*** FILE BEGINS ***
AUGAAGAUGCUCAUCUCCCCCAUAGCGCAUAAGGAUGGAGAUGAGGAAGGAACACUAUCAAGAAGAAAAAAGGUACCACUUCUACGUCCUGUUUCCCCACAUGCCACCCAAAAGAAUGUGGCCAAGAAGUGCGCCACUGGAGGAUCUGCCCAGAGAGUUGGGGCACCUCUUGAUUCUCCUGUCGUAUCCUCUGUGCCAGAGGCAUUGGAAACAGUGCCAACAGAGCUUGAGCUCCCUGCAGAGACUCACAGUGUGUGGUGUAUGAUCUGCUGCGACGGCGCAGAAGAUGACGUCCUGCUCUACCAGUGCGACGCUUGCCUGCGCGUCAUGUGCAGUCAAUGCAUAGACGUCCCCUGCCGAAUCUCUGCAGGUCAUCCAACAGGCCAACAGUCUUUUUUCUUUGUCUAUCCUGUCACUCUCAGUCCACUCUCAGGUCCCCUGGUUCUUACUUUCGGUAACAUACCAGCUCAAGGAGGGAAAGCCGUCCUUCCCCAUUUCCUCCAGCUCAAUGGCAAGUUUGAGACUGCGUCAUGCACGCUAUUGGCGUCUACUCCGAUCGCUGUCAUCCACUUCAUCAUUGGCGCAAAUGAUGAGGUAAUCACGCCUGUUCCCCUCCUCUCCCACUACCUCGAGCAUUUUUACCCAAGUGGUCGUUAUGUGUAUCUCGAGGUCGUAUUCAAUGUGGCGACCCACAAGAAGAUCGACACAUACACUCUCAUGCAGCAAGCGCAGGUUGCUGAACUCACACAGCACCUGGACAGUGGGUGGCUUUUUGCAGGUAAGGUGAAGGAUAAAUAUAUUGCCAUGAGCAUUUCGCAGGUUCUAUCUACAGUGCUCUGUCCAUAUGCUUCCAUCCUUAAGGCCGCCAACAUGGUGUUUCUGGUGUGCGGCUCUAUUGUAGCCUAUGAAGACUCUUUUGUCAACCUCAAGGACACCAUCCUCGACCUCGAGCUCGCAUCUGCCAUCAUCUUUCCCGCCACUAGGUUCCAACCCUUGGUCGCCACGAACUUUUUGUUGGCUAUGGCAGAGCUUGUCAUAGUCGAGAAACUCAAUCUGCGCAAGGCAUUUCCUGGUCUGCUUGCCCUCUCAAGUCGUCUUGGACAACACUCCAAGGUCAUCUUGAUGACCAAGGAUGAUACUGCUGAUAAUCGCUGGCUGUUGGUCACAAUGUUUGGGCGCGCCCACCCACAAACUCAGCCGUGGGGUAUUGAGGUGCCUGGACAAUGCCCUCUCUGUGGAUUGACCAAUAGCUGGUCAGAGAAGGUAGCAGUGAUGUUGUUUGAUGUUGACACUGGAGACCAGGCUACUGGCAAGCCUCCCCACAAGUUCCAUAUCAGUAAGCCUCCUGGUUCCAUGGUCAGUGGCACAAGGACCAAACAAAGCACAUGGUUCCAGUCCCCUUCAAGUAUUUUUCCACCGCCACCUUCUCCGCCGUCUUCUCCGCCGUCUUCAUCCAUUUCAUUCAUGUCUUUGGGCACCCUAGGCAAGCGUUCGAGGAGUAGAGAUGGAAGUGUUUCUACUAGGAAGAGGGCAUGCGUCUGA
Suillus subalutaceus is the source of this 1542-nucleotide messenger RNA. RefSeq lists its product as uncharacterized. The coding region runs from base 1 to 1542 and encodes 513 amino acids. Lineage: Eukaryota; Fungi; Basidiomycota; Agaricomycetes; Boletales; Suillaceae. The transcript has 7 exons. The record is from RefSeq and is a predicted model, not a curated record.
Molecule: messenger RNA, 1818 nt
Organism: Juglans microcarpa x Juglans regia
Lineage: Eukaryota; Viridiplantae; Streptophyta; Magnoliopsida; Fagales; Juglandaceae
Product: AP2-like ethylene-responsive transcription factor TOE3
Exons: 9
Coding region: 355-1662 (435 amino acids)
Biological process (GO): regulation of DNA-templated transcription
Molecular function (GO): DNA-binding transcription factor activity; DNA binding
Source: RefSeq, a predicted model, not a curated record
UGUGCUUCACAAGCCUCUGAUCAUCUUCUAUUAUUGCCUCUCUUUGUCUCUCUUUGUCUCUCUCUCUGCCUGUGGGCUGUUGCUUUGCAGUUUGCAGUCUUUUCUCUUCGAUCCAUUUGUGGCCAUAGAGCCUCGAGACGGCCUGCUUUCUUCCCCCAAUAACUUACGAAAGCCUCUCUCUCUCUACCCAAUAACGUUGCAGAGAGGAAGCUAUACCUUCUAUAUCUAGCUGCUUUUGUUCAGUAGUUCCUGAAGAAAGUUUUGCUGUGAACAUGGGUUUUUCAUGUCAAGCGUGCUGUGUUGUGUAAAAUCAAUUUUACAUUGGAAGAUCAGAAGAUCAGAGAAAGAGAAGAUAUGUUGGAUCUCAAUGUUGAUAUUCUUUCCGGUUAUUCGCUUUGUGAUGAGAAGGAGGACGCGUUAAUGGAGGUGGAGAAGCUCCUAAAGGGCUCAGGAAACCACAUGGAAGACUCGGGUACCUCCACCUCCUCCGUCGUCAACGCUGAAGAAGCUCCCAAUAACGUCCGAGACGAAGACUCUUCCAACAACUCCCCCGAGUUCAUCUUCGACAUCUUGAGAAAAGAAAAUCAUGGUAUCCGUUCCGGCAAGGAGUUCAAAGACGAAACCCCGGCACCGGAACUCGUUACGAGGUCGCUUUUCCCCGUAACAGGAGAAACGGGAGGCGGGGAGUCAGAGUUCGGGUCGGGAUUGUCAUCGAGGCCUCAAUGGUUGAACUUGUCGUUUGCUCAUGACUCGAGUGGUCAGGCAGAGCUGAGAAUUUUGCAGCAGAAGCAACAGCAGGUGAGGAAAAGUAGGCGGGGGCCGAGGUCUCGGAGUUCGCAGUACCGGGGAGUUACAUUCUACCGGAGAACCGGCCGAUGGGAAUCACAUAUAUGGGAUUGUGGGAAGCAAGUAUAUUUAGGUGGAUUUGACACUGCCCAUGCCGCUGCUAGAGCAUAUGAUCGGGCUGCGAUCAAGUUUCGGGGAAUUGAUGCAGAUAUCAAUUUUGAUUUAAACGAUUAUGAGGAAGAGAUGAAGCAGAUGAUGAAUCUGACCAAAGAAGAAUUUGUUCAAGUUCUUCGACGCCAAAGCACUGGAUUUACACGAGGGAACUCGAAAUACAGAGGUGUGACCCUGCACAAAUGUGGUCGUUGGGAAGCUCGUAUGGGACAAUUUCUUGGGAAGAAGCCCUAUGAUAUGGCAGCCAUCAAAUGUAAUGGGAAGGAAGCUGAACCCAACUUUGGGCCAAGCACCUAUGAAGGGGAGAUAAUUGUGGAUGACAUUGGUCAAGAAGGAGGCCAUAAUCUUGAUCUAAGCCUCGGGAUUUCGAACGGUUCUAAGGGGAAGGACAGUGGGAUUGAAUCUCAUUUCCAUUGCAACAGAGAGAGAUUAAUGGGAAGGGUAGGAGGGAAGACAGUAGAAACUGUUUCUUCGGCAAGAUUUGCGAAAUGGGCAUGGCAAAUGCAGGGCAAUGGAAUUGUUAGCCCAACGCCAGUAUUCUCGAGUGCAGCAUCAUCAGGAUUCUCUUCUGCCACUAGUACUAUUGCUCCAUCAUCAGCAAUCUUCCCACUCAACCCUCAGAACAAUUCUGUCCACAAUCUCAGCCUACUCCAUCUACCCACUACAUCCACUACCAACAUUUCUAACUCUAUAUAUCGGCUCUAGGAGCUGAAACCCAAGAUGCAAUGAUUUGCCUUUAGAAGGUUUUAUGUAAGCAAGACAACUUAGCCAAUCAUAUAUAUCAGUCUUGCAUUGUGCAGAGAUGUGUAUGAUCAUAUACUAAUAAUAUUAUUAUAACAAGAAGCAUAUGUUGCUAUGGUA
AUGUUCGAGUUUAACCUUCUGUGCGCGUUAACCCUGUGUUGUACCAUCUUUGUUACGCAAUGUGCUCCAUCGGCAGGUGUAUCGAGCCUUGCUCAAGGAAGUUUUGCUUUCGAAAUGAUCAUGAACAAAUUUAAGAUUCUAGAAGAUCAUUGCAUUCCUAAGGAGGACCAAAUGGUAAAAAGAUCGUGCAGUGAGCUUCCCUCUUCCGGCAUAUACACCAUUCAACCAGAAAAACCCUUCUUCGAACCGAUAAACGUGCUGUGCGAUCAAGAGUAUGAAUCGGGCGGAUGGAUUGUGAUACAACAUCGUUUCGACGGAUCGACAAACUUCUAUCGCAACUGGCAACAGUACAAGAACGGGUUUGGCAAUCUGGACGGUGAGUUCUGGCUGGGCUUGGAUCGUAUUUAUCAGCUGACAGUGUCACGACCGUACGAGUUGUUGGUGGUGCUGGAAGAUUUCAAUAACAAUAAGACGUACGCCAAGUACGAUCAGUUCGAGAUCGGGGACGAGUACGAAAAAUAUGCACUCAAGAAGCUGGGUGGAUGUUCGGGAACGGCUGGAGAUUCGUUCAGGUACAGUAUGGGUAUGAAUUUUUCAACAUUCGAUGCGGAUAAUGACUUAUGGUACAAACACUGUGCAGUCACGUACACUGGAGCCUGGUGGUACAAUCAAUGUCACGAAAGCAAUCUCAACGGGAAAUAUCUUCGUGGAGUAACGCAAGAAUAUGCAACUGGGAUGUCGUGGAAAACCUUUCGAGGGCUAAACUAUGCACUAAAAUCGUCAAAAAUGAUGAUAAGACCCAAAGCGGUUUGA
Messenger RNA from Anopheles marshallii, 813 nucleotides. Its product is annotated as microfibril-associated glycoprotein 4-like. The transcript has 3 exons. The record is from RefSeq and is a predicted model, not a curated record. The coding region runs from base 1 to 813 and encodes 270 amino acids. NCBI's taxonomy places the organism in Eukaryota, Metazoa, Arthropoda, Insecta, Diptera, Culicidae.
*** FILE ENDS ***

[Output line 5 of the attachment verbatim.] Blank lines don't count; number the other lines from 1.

Lineage: Eukaryota; Viridiplantae; Streptophyta; Magnoliopsida; Fagales; Juglandaceae